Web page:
Get In Touch
Xeraya Capital Sdn Bhd
26.03–26.08, G Tower
#199 Jalan Tun Razak, KL
+603 2381 8700
Submit a Proposal

Successful IPO Highlights Liquidia Technologies’ Ambitious Upcoming 18 Months

Liquidia Technologies, headquartered in Research Triangle Park, North Carolina, launched a successful initial public offering on July 25, raising $50 million. The company spun out of the University of North Carolina at Chapel Hill in 2004 and has been working on developing what it calls PRINT technology. Neal Fowler, the company’s chief executive officer, and Kevin Gordon, Liquidia’s president and chief financial officer, took time out to talk with BioSpaceabout the company and where it’s headed.

The company’s PRINT technology uses a proprietary particle molding technology with a modular, roll-to-roll manufacturing process that is used for drug formulations. Fowler says, “We were the first company to uniquely engineer any aspect of a particle, whether that be size, shape or chemistry, compared to particle technologies of the past, where there is an inherent variability in some of those attributes. For example, typically you end up with a bell curve of different sizes and shapes, and when you load therapeutics into those particles, you’ll correspondingly get variability in terms of efficacy and safety.”

So what Liquidity’s PRINT tech allows for is a decrease in the variability of molecules used in drug deliverables, which allows for better efficacy and safety. In other words, it makes drugs better.

It has two compounds in its pipeline. The first is LIQ861, which is a dry-powder inhaler for pulmonary arterial hypertension (PAH). It is being developed under the U.S. Food and Drug Administration (FDA)’s 505(b)(2) pathway, which allowed the company to move from a successful Phase I clinical trial to its current Phase III clinical trial.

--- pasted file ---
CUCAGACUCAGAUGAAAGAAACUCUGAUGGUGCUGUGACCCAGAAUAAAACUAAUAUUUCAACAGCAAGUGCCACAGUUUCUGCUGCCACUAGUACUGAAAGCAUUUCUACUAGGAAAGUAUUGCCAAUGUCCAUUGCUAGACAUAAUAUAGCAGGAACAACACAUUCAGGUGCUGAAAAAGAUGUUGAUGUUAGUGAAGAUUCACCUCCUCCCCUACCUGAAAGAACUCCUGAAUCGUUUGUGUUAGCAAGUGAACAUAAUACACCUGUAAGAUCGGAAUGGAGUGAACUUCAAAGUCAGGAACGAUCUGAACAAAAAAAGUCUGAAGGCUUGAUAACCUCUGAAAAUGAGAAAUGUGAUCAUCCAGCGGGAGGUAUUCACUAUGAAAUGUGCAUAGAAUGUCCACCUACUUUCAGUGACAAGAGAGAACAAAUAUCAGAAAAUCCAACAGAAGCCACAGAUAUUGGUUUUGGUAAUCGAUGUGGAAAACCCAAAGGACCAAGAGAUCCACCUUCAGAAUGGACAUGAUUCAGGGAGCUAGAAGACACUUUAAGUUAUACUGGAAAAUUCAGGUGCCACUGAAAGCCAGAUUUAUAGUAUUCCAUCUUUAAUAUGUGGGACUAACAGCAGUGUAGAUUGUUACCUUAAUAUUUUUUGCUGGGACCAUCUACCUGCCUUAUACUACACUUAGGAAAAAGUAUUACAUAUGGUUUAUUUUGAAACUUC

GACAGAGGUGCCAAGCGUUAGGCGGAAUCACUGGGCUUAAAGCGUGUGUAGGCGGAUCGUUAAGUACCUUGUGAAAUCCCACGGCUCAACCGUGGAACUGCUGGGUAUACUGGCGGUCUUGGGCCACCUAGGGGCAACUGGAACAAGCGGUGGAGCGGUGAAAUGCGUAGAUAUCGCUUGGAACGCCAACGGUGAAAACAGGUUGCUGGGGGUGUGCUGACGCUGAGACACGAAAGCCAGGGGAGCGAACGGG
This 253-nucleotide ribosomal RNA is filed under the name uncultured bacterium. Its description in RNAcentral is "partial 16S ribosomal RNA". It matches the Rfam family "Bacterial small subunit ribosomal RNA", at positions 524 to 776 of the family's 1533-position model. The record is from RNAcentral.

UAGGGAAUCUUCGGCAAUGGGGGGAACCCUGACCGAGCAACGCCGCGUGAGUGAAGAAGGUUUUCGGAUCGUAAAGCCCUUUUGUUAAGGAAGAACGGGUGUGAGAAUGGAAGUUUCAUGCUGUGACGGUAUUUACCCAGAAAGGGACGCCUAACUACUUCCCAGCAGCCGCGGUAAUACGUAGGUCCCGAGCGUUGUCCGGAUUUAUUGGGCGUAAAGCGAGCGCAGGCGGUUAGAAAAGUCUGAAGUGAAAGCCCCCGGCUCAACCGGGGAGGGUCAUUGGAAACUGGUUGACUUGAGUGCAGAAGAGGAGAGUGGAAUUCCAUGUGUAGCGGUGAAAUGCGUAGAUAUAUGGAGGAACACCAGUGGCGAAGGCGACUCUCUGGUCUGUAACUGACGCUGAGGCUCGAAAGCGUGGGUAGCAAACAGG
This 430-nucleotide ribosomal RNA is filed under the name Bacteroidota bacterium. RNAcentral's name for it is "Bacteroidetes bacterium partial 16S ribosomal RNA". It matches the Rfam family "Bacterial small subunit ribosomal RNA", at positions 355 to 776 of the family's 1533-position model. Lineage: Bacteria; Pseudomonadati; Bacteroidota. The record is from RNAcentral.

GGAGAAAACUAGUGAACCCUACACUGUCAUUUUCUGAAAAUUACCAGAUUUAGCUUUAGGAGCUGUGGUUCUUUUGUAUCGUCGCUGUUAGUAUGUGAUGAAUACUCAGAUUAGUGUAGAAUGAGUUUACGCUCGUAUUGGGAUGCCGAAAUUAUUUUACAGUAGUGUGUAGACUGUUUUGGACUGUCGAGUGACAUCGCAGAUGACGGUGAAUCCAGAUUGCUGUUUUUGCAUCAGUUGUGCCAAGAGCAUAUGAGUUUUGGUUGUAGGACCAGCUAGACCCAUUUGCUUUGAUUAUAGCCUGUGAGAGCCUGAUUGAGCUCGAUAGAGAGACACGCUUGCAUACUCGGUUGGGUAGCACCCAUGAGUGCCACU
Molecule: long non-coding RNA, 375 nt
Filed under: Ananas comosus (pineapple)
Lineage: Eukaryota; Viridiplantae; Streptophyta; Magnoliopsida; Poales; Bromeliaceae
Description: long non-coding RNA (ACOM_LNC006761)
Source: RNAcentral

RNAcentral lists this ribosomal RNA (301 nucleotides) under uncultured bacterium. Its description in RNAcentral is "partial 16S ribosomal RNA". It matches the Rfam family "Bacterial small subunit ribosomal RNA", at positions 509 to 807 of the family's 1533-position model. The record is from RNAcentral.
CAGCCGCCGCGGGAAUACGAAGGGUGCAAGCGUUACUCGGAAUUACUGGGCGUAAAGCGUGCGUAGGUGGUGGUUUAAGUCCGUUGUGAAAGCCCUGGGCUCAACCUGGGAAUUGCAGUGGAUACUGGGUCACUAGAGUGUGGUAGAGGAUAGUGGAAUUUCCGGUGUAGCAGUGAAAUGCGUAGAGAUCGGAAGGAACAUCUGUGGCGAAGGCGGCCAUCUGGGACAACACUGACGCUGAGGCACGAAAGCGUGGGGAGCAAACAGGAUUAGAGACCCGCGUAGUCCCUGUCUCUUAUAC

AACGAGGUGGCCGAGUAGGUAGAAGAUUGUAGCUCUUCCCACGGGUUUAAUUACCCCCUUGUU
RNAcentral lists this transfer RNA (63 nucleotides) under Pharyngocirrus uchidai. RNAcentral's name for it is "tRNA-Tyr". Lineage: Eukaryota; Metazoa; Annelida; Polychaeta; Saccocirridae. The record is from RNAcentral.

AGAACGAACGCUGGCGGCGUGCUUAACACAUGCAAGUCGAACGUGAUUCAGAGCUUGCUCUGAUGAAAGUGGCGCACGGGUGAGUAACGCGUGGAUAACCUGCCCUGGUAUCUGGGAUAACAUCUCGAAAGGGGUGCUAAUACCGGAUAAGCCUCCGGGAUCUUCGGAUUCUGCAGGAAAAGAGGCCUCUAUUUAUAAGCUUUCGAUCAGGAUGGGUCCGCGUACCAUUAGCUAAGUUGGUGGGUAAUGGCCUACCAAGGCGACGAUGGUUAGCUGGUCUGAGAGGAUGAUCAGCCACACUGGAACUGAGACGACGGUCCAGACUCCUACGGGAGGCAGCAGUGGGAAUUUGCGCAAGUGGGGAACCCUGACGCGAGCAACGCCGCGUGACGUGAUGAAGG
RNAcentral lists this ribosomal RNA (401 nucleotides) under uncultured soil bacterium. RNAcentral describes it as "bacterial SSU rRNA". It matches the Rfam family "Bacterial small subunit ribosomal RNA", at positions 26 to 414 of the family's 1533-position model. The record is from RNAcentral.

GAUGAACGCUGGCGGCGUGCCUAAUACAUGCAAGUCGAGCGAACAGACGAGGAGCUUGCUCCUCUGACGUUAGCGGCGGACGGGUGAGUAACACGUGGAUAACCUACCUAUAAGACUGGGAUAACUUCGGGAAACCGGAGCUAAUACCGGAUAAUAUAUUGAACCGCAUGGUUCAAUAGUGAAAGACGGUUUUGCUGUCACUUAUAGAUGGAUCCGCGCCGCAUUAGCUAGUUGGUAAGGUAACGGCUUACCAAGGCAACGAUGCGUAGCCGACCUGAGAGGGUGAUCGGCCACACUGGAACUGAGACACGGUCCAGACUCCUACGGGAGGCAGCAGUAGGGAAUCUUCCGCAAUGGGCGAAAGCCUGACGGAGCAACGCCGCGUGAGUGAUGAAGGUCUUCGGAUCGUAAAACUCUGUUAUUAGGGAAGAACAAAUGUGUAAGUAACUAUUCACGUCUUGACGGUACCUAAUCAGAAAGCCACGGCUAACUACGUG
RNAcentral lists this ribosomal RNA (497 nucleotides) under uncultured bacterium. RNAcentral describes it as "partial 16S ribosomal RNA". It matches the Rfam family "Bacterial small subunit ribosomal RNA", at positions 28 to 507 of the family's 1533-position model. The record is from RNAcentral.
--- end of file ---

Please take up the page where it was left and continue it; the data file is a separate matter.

Liquidia’s LIQ861 is an inhaled dry-powder formulation of treprostinil designed using PRINT. What makes this an improvement over standard formulations are particularly important when considering PAH. PAH is chronic and progressive, part of a narrowing of the arteries in the lungs. This results in the right side of the heart having to pump harder, and eventually, it has difficulties keeping up. In the earlier stages of the disease, patients typically receive oral therapies. Fowler says, “Given the fact the disease progresses, oral medicines can’t keep up because of needing higher and higher doses. There’s a need at that point to deliver higher doses of these therapies, which is where pulmonary delivery comes into play. Eventually, in the later stages, patients require parenteral delivery. Where we’re involved is the pulmonary stage.”

The two drugs approved in the U.S. for pulmonary delivery in PAH have to be delivered by nebulizers, which can be cumbersome, require assembly, cleaning and a power source. Patients need to carry the nebulizers around with them in a bag to be used several times a day.